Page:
This series on ways to pray began with reflections on The Book of Common Prayer; thus perhaps it is appropriate to close the series with a return to that source. Here is a prayer “For Church Musicians and Artists,” which, we have learned, can potentially include us all as we sing or draw or paint our prayers in speaking and listening to God:
O God, whom saints and angels delight to worship in heaven: Be ever present with your servants who seek through art and music to perfect the praises offered by your people on earth; and grant to them even now glimpses of your beauty, and make them worthy at length to behold it unveiled for evermore; through Jesus Christ our Lord. Amen.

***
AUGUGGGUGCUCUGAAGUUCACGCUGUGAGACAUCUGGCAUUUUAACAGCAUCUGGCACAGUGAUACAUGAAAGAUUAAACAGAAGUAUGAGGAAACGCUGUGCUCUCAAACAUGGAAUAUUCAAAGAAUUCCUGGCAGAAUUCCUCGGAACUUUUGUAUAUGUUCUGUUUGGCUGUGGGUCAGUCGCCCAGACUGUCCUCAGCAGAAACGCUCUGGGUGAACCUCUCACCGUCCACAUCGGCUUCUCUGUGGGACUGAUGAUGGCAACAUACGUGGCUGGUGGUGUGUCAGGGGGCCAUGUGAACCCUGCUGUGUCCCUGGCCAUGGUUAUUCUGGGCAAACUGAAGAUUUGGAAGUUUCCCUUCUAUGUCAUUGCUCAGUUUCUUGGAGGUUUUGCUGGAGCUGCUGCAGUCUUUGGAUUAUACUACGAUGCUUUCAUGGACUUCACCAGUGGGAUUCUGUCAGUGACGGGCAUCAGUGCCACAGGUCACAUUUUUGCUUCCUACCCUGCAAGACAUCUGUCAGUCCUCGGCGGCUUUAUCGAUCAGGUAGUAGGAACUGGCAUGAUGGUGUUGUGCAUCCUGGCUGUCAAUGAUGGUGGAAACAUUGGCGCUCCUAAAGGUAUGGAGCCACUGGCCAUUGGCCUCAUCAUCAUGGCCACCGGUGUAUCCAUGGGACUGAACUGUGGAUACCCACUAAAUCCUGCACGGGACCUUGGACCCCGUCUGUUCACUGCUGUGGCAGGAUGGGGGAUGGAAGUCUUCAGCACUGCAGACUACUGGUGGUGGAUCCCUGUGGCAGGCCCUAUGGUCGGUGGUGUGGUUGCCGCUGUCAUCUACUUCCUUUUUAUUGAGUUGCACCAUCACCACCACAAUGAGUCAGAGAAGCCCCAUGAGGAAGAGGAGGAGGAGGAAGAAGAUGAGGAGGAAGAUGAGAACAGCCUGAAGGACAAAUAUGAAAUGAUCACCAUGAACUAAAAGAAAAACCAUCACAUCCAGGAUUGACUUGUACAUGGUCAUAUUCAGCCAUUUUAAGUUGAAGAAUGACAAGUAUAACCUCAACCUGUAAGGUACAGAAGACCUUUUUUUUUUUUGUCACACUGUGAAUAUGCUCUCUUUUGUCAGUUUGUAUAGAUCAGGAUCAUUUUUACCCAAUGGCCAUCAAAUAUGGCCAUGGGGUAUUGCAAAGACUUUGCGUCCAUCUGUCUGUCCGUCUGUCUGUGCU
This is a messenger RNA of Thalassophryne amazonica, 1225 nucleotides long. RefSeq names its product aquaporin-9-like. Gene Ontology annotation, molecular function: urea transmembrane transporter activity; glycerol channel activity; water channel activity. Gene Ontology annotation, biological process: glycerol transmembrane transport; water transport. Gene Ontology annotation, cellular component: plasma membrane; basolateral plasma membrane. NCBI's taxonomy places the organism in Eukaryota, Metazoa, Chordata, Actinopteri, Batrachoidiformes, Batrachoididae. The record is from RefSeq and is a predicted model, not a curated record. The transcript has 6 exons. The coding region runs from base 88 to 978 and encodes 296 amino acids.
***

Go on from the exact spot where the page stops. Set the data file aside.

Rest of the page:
Grace and peace,
In case you missed them, here are the previous posts in this series:
A member of St. Brendan's since 2014, I enjoy being a part of this welcoming and giving community of faith. However, I am not a theologian, biblical scholar, or official spokesperson for The Episcopal Church. If you read anything on this blog that is inaccurate or contrary to the teachings of The Episcopal Church, please consider it my error and let me know! If you have any questions, comments, or ideas for future blog posts, please email me at firstname.lastname@example.org.